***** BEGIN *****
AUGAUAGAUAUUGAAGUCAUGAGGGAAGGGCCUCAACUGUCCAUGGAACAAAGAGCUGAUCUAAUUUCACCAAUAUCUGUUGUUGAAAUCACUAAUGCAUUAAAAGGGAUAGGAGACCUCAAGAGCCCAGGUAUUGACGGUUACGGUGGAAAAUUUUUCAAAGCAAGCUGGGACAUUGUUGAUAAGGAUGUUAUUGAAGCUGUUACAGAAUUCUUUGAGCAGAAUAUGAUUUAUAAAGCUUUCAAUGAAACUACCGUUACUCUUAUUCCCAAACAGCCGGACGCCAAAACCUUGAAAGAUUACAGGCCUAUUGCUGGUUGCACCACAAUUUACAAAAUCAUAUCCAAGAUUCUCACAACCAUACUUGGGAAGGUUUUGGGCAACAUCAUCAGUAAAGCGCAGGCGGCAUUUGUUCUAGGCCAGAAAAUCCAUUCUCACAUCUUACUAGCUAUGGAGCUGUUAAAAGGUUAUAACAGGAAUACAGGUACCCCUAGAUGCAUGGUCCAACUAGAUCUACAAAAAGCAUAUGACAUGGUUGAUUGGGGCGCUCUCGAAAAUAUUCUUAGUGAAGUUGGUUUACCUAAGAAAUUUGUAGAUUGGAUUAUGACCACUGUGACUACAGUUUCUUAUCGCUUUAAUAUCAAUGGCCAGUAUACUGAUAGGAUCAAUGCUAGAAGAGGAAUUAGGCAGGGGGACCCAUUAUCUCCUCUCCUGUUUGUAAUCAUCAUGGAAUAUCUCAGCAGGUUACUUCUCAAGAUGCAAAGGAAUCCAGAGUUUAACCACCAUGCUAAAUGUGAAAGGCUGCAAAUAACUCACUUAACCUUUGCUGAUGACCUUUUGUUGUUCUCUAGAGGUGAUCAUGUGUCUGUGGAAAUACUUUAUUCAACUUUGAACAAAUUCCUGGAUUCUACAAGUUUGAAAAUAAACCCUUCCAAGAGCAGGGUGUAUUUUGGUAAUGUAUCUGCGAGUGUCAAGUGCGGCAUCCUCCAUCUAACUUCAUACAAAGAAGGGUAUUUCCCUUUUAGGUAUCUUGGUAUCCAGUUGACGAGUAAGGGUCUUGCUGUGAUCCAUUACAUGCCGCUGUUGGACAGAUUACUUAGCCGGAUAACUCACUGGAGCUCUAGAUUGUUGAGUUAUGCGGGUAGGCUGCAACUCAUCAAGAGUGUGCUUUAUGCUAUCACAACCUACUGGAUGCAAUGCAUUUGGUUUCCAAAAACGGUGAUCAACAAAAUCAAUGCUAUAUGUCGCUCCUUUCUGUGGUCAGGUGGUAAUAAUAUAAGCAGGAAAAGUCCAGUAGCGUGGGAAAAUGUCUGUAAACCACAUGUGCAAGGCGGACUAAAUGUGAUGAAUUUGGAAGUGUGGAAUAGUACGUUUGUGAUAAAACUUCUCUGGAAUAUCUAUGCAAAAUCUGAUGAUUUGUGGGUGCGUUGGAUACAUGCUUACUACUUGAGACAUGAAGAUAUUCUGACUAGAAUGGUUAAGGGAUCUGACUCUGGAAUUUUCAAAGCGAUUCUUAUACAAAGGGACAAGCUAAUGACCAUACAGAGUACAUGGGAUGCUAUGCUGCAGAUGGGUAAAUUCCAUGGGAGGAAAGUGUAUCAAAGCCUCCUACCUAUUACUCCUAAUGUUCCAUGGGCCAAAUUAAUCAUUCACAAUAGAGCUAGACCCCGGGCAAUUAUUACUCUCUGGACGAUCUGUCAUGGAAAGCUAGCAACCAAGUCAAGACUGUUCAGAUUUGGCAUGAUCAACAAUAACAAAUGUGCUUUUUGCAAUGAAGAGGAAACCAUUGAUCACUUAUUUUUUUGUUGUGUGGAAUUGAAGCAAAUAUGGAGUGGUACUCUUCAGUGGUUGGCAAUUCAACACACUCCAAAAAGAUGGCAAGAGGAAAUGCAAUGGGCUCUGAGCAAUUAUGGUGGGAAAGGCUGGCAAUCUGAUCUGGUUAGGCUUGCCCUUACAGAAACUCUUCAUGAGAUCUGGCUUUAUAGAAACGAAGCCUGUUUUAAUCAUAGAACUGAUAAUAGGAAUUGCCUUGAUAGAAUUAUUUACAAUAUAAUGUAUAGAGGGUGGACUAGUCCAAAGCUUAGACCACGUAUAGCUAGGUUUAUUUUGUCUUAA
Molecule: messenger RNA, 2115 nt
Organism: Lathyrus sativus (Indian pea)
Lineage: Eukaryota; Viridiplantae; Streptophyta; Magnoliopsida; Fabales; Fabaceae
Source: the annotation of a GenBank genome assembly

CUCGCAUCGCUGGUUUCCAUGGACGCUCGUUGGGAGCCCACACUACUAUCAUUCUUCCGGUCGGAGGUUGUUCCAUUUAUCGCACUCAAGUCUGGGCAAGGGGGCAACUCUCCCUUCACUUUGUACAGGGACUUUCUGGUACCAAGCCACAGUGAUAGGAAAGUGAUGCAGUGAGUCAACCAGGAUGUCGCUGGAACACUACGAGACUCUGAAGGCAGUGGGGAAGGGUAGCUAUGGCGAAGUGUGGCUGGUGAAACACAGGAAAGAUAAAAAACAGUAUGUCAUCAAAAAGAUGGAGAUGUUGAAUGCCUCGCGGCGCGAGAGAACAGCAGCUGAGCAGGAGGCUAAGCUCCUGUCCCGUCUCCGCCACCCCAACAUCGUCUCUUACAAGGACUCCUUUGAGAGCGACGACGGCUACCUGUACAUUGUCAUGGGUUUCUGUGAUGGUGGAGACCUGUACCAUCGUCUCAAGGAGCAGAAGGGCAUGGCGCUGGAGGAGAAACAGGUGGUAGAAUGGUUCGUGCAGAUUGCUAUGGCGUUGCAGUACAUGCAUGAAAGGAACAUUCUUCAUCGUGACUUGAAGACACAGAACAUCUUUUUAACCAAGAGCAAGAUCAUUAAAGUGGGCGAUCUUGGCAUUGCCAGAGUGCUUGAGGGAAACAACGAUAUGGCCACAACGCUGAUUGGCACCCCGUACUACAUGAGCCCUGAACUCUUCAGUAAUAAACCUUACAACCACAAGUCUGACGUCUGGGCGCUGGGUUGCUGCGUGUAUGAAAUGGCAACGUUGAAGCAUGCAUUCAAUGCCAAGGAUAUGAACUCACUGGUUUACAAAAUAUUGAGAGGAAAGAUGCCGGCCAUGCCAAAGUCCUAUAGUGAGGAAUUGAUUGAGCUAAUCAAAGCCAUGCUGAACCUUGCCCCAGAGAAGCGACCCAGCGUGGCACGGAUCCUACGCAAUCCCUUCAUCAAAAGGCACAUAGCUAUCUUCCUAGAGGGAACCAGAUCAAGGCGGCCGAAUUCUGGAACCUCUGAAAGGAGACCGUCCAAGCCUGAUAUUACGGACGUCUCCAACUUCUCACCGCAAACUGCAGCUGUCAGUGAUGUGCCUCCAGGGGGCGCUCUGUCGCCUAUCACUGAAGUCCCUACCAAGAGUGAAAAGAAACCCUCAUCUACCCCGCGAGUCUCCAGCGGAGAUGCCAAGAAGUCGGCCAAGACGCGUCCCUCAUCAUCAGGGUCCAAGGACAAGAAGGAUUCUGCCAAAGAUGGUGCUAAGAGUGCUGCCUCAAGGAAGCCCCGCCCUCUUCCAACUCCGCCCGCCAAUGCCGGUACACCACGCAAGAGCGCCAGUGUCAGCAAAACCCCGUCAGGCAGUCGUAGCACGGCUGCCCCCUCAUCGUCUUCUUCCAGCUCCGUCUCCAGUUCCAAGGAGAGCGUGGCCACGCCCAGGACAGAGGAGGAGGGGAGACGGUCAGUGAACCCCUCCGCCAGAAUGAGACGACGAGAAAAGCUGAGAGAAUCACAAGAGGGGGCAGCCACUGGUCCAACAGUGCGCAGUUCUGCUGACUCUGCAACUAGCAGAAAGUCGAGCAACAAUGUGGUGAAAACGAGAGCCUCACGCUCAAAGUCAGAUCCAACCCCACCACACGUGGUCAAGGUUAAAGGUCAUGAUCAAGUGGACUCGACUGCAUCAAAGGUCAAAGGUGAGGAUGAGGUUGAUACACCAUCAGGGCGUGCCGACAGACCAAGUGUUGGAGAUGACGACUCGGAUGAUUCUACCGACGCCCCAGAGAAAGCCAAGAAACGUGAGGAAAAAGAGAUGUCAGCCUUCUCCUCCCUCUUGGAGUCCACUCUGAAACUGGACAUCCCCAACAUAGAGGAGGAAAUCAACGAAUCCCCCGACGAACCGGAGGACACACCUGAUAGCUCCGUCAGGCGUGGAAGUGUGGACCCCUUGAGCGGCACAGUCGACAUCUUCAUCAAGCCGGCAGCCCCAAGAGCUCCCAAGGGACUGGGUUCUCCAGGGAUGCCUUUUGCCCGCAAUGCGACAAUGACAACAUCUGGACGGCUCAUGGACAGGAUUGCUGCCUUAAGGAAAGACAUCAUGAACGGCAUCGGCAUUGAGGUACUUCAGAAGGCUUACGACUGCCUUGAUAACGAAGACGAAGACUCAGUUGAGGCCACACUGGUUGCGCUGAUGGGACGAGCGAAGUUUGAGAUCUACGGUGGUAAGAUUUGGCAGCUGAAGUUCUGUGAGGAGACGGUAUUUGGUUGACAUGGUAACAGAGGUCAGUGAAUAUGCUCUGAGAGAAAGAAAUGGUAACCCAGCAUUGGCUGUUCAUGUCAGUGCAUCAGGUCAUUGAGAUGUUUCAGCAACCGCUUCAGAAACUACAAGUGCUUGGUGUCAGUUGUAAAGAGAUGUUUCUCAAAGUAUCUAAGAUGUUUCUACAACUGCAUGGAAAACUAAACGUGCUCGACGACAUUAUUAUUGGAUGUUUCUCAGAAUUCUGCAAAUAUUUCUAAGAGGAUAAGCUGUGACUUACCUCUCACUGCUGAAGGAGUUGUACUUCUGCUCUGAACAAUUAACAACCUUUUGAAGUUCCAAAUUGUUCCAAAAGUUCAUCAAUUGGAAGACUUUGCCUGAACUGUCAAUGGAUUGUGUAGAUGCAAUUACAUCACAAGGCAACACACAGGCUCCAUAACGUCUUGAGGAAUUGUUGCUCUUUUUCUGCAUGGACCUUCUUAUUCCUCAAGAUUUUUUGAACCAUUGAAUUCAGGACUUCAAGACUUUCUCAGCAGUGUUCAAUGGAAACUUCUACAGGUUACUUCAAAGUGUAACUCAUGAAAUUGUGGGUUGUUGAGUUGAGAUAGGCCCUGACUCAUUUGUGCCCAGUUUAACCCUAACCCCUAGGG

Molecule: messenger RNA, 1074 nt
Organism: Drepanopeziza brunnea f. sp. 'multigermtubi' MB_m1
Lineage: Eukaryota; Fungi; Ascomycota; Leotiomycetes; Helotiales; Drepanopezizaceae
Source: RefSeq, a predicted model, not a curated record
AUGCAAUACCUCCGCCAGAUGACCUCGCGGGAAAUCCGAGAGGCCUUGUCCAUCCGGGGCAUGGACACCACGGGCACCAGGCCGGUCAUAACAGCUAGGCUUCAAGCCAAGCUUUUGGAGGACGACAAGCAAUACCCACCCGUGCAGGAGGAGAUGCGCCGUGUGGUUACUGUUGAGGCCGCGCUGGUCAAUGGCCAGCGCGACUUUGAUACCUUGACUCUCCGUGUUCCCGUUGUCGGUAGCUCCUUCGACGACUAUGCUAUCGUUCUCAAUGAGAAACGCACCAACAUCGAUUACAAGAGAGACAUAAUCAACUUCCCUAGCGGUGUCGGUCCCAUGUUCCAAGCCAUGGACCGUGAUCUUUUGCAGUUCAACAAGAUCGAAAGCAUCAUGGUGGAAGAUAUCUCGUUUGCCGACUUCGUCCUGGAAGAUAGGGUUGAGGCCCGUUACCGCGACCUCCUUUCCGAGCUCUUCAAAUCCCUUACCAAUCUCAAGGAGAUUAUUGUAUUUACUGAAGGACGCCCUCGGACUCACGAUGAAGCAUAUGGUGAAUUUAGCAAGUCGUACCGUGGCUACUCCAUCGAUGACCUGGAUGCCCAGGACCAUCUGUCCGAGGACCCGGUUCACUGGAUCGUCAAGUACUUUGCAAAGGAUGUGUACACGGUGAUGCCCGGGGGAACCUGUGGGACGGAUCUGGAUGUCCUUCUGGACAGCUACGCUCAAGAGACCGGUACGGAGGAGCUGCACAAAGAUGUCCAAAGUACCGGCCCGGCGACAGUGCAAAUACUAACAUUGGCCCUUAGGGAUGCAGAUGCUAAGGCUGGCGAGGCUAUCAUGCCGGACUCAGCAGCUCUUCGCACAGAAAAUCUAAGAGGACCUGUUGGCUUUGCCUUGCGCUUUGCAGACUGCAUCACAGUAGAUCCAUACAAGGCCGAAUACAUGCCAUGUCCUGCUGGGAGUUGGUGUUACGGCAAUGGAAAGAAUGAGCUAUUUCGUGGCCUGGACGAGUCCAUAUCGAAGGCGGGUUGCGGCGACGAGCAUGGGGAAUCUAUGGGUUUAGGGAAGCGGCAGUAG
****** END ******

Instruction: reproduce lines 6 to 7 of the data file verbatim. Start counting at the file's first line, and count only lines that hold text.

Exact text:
CUCGCAUCGCUGGUUUCCAUGGACGCUCGUUGGGAGCCCACACUACUAUCAUUCUUCCGGUCGGAGGUUGUUCCAUUUAUCGCACUCAAGUCUGGGCAAGGGGGCAACUCUCCCUUCACUUUGUACAGGGACUUUCUGGUACCAAGCCACAGUGAUAGGAAAGUGAUGCAGUGAGUCAACCAGGAUGUCGCUGGAACACUACGAGACUCUGAAGGCAGUGGGGAAGGGUAGCUAUGGCGAAGUGUGGCUGGUGAAACACAGGAAAGAUAAAAAACAGUAUGUCAUCAAAAAGAUGGAGAUGUUGAAUGCCUCGCGGCGCGAGAGAACAGCAGCUGAGCAGGAGGCUAAGCUCCUGUCCCGUCUCCGCCACCCCAACAUCGUCUCUUACAAGGACUCCUUUGAGAGCGACGACGGCUACCUGUACAUUGUCAUGGGUUUCUGUGAUGGUGGAGACCUGUACCAUCGUCUCAAGGAGCAGAAGGGCAUGGCGCUGGAGGAGAAACAGGUGGUAGAAUGGUUCGUGCAGAUUGCUAUGGCGUUGCAGUACAUGCAUGAAAGGAACAUUCUUCAUCGUGACUUGAAGACACAGAACAUCUUUUUAACCAAGAGCAAGAUCAUUAAAGUGGGCGAUCUUGGCAUUGCCAGAGUGCUUGAGGGAAACAACGAUAUGGCCACAACGCUGAUUGGCACCCCGUACUACAUGAGCCCUGAACUCUUCAGUAAUAAACCUUACAACCACAAGUCUGACGUCUGGGCGCUGGGUUGCUGCGUGUAUGAAAUGGCAACGUUGAAGCAUGCAUUCAAUGCCAAGGAUAUGAACUCACUGGUUUACAAAAUAUUGAGAGGAAAGAUGCCGGCCAUGCCAAAGUCCUAUAGUGAGGAAUUGAUUGAGCUAAUCAAAGCCAUGCUGAACCUUGCCCCAGAGAAGCGACCCAGCGUGGCACGGAUCCUACGCAAUCCCUUCAUCAAAAGGCACAUAGCUAUCUUCCUAGAGGGAACCAGAUCAAGGCGGCCGAAUUCUGGAACCUCUGAAAGGAGACCGUCCAAGCCUGAUAUUACGGACGUCUCCAACUUCUCACCGCAAACUGCAGCUGUCAGUGAUGUGCCUCCAGGGGGCGCUCUGUCGCCUAUCACUGAAGUCCCUACCAAGAGUGAAAAGAAACCCUCAUCUACCCCGCGAGUCUCCAGCGGAGAUGCCAAGAAGUCGGCCAAGACGCGUCCCUCAUCAUCAGGGUCCAAGGACAAGAAGGAUUCUGCCAAAGAUGGUGCUAAGAGUGCUGCCUCAAGGAAGCCCCGCCCUCUUCCAACUCCGCCCGCCAAUGCCGGUACACCACGCAAGAGCGCCAGUGUCAGCAAAACCCCGUCAGGCAGUCGUAGCACGGCUGCCCCCUCAUCGUCUUCUUCCAGCUCCGUCUCCAGUUCCAAGGAGAGCGUGGCCACGCCCAGGACAGAGGAGGAGGGGAGACGGUCAGUGAACCCCUCCGCCAGAAUGAGACGACGAGAAAAGCUGAGAGAAUCACAAGAGGGGGCAGCCACUGGUCCAACAGUGCGCAGUUCUGCUGACUCUGCAACUAGCAGAAAGUCGAGCAACAAUGUGGUGAAAACGAGAGCCUCACGCUCAAAGUCAGAUCCAACCCCACCACACGUGGUCAAGGUUAAAGGUCAUGAUCAAGUGGACUCGACUGCAUCAAAGGUCAAAGGUGAGGAUGAGGUUGAUACACCAUCAGGGCGUGCCGACAGACCAAGUGUUGGAGAUGACGACUCGGAUGAUUCUACCGACGCCCCAGAGAAAGCCAAGAAACGUGAGGAAAAAGAGAUGUCAGCCUUCUCCUCCCUCUUGGAGUCCACUCUGAAACUGGACAUCCCCAACAUAGAGGAGGAAAUCAACGAAUCCCCCGACGAACCGGAGGACACACCUGAUAGCUCCGUCAGGCGUGGAAGUGUGGACCCCUUGAGCGGCACAGUCGACAUCUUCAUCAAGCCGGCAGCCCCAAGAGCUCCCAAGGGACUGGGUUCUCCAGGGAUGCCUUUUGCCCGCAAUGCGACAAUGACAACAUCUGGACGGCUCAUGGACAGGAUUGCUGCCUUAAGGAAAGACAUCAUGAACGGCAUCGGCAUUGAGGUACUUCAGAAGGCUUACGACUGCCUUGAUAACGAAGACGAAGACUCAGUUGAGGCCACACUGGUUGCGCUGAUGGGACGAGCGAAGUUUGAGAUCUACGGUGGUAAGAUUUGGCAGCUGAAGUUCUGUGAGGAGACGGUAUUUGGUUGACAUGGUAACAGAGGUCAGUGAAUAUGCUCUGAGAGAAAGAAAUGGUAACCCAGCAUUGGCUGUUCAUGUCAGUGCAUCAGGUCAUUGAGAUGUUUCAGCAACCGCUUCAGAAACUACAAGUGCUUGGUGUCAGUUGUAAAGAGAUGUUUCUCAAAGUAUCUAAGAUGUUUCUACAACUGCAUGGAAAACUAAACGUGCUCGACGACAUUAUUAUUGGAUGUUUCUCAGAAUUCUGCAAAUAUUUCUAAGAGGAUAAGCUGUGACUUACCUCUCACUGCUGAAGGAGUUGUACUUCUGCUCUGAACAAUUAACAACCUUUUGAAGUUCCAAAUUGUUCCAAAAGUUCAUCAAUUGGAAGACUUUGCCUGAACUGUCAAUGGAUUGUGUAGAUGCAAUUACAUCACAAGGCAACACACAGGCUCCAUAACGUCUUGAGGAAUUGUUGCUCUUUUUCUGCAUGGACCUUCUUAUUCCUCAAGAUUUUUUGAACCAUUGAAUUCAGGACUUCAAGACUUUCUCAGCAGUGUUCAAUGGAAACUUCUACAGGUUACUUCAAAGUGUAACUCAUGAAAUUGUGGGUUGUUGAGUUGAGAUAGGCCCUGACUCAUUUGUGCCCAGUUUAACCCUAACCCCUAGGG

Molecule: messenger RNA, 1074 nt